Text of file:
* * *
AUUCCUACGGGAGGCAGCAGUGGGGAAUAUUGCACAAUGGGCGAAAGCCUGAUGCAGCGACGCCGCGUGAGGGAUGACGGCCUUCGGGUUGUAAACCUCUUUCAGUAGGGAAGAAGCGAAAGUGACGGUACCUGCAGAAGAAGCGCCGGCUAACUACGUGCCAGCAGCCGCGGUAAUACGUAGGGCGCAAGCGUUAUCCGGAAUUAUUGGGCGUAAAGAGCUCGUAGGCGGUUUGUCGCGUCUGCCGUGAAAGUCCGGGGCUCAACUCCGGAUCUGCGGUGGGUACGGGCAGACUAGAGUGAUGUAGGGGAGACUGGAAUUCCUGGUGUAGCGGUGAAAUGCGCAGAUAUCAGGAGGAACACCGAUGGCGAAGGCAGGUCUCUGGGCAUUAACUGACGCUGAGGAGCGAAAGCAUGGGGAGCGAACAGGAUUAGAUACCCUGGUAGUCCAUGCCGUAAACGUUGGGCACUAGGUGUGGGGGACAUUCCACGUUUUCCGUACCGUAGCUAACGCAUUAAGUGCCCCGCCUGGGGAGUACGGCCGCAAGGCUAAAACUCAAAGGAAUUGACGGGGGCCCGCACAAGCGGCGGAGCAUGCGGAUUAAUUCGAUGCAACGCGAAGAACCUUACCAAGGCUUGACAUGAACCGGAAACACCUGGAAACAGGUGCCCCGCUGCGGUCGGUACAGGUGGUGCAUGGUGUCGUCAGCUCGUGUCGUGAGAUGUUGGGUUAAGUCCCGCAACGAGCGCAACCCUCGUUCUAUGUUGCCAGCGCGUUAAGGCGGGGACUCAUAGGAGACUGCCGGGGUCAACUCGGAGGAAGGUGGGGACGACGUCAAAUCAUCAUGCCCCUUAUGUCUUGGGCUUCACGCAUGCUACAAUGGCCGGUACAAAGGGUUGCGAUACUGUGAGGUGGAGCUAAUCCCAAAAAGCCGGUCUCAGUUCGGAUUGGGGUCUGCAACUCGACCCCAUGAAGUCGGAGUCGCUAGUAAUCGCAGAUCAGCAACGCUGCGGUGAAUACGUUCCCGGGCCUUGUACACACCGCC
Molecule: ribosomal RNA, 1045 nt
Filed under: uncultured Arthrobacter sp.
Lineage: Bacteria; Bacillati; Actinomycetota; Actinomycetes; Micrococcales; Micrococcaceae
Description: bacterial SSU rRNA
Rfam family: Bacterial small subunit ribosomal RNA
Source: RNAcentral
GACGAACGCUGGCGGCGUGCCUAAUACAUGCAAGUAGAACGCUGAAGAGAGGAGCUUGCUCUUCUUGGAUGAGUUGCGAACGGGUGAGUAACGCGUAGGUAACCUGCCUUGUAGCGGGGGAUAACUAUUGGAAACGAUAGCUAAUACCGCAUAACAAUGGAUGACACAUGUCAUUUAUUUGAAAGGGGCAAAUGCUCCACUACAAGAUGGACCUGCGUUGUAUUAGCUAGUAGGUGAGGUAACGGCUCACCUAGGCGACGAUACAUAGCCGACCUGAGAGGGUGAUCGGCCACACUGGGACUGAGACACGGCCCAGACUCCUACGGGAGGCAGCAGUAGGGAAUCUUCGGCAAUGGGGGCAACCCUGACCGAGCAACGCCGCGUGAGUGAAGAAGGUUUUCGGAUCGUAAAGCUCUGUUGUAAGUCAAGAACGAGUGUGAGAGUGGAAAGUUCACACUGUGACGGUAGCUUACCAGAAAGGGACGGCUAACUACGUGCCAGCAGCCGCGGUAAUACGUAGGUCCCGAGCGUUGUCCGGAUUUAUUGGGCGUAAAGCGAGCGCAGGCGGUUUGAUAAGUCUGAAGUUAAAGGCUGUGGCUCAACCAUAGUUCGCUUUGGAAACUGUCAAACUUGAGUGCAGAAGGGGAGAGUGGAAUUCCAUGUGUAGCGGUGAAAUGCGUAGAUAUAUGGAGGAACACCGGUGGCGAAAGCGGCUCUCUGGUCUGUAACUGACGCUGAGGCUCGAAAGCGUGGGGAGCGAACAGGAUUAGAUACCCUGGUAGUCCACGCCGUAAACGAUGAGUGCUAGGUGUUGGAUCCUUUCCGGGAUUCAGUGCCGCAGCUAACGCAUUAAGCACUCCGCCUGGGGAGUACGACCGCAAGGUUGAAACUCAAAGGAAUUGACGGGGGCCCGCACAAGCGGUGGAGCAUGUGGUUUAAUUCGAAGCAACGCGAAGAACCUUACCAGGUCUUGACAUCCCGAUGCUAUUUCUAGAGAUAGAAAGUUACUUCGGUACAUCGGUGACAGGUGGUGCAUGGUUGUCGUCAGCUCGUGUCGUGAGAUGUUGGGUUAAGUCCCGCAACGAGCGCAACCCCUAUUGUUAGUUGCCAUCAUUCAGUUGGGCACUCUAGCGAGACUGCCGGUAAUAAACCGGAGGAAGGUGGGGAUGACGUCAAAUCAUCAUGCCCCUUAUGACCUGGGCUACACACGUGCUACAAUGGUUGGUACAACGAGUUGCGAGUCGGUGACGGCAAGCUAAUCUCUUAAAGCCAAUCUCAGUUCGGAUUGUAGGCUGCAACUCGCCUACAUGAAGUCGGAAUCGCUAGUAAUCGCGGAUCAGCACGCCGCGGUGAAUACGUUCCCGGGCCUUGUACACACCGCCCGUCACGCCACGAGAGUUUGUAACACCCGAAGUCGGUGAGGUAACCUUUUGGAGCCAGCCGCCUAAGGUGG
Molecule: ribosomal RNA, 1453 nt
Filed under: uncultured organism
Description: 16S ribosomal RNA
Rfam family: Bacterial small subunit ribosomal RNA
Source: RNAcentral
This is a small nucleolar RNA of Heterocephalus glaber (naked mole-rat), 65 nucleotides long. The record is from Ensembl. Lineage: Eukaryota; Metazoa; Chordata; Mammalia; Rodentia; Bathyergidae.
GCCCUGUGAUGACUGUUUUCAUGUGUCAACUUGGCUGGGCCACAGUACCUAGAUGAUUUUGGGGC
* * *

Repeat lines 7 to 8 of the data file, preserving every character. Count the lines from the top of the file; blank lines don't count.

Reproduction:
Source: RNAcentral
GACGAACGCUGGCGGCGUGCCUAAUACAUGCAAGUAGAACGCUGAAGAGAGGAGCUUGCUCUUCUUGGAUGAGUUGCGAACGGGUGAGUAACGCGUAGGUAACCUGCCUUGUAGCGGGGGAUAACUAUUGGAAACGAUAGCUAAUACCGCAUAACAAUGGAUGACACAUGUCAUUUAUUUGAAAGGGGCAAAUGCUCCACUACAAGAUGGACCUGCGUUGUAUUAGCUAGUAGGUGAGGUAACGGCUCACCUAGGCGACGAUACAUAGCCGACCUGAGAGGGUGAUCGGCCACACUGGGACUGAGACACGGCCCAGACUCCUACGGGAGGCAGCAGUAGGGAAUCUUCGGCAAUGGGGGCAACCCUGACCGAGCAACGCCGCGUGAGUGAAGAAGGUUUUCGGAUCGUAAAGCUCUGUUGUAAGUCAAGAACGAGUGUGAGAGUGGAAAGUUCACACUGUGACGGUAGCUUACCAGAAAGGGACGGCUAACUACGUGCCAGCAGCCGCGGUAAUACGUAGGUCCCGAGCGUUGUCCGGAUUUAUUGGGCGUAAAGCGAGCGCAGGCGGUUUGAUAAGUCUGAAGUUAAAGGCUGUGGCUCAACCAUAGUUCGCUUUGGAAACUGUCAAACUUGAGUGCAGAAGGGGAGAGUGGAAUUCCAUGUGUAGCGGUGAAAUGCGUAGAUAUAUGGAGGAACACCGGUGGCGAAAGCGGCUCUCUGGUCUGUAACUGACGCUGAGGCUCGAAAGCGUGGGGAGCGAACAGGAUUAGAUACCCUGGUAGUCCACGCCGUAAACGAUGAGUGCUAGGUGUUGGAUCCUUUCCGGGAUUCAGUGCCGCAGCUAACGCAUUAAGCACUCCGCCUGGGGAGUACGACCGCAAGGUUGAAACUCAAAGGAAUUGACGGGGGCCCGCACAAGCGGUGGAGCAUGUGGUUUAAUUCGAAGCAACGCGAAGAACCUUACCAGGUCUUGACAUCCCGAUGCUAUUUCUAGAGAUAGAAAGUUACUUCGGUACAUCGGUGACAGGUGGUGCAUGGUUGUCGUCAGCUCGUGUCGUGAGAUGUUGGGUUAAGUCCCGCAACGAGCGCAACCCCUAUUGUUAGUUGCCAUCAUUCAGUUGGGCACUCUAGCGAGACUGCCGGUAAUAAACCGGAGGAAGGUGGGGAUGACGUCAAAUCAUCAUGCCCCUUAUGACCUGGGCUACACACGUGCUACAAUGGUUGGUACAACGAGUUGCGAGUCGGUGACGGCAAGCUAAUCUCUUAAAGCCAAUCUCAGUUCGGAUUGUAGGCUGCAACUCGCCUACAUGAAGUCGGAAUCGCUAGUAAUCGCGGAUCAGCACGCCGCGGUGAAUACGUUCCCGGGCCUUGUACACACCGCCCGUCACGCCACGAGAGUUUGUAACACCCGAAGUCGGUGAGGUAACCUUUUGGAGCCAGCCGCCUAAGGUGG